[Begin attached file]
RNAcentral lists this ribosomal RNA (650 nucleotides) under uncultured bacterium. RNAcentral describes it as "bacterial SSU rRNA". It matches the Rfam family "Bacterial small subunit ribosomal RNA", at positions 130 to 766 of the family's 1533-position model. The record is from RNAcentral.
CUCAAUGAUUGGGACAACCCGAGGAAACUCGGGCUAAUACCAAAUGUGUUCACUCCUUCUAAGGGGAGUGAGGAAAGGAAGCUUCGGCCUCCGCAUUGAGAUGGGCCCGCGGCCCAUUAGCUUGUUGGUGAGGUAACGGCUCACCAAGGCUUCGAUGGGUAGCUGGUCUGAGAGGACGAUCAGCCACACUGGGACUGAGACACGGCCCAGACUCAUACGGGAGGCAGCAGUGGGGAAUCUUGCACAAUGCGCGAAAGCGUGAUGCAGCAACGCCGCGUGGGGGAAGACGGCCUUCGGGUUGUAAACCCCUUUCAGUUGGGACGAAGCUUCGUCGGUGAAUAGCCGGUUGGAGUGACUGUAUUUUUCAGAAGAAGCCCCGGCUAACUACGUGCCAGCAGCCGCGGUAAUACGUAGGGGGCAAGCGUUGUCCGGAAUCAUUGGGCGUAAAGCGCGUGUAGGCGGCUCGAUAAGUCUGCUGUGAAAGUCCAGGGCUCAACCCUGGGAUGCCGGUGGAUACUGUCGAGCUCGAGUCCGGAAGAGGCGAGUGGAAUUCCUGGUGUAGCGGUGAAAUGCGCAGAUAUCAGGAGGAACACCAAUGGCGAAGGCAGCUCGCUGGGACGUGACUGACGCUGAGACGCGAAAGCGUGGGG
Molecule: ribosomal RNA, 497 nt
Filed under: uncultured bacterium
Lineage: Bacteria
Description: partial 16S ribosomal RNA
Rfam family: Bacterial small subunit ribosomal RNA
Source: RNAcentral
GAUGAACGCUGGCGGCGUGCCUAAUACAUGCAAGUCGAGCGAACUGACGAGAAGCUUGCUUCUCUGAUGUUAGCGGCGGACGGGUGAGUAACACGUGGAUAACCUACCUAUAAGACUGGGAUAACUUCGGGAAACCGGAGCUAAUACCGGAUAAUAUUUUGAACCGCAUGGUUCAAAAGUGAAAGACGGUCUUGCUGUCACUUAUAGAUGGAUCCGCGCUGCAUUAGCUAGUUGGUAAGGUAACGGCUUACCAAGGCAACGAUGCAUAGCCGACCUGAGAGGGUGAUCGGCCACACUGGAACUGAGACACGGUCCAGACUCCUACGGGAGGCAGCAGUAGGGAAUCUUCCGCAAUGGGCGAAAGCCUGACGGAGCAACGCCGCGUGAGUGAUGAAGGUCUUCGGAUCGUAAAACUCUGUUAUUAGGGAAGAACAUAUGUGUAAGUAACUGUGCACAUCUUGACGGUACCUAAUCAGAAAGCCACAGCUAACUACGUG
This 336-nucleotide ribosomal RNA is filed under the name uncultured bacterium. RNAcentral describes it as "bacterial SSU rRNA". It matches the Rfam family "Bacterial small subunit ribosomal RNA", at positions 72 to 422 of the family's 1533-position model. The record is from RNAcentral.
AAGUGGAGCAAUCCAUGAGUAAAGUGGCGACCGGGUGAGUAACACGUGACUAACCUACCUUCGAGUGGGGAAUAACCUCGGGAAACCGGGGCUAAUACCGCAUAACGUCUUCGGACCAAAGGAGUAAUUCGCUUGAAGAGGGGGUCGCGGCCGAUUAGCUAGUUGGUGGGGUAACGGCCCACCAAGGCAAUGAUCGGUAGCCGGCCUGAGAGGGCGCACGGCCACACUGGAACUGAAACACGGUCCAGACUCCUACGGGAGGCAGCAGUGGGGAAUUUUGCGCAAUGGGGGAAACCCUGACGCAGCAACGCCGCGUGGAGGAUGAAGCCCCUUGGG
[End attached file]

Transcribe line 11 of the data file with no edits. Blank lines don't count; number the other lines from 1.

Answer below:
AAGUGGAGCAAUCCAUGAGUAAAGUGGCGACCGGGUGAGUAACACGUGACUAACCUACCUUCGAGUGGGGAAUAACCUCGGGAAACCGGGGCUAAUACCGCAUAACGUCUUCGGACCAAAGGAGUAAUUCGCUUGAAGAGGGGGUCGCGGCCGAUUAGCUAGUUGGUGGGGUAACGGCCCACCAAGGCAAUGAUCGGUAGCCGGCCUGAGAGGGCGCACGGCCACACUGGAACUGAAACACGGUCCAGACUCCUACGGGAGGCAGCAGUGGGGAAUUUUGCGCAAUGGGGGAAACCCUGACGCAGCAACGCCGCGUGGAGGAUGAAGCCCCUUGGG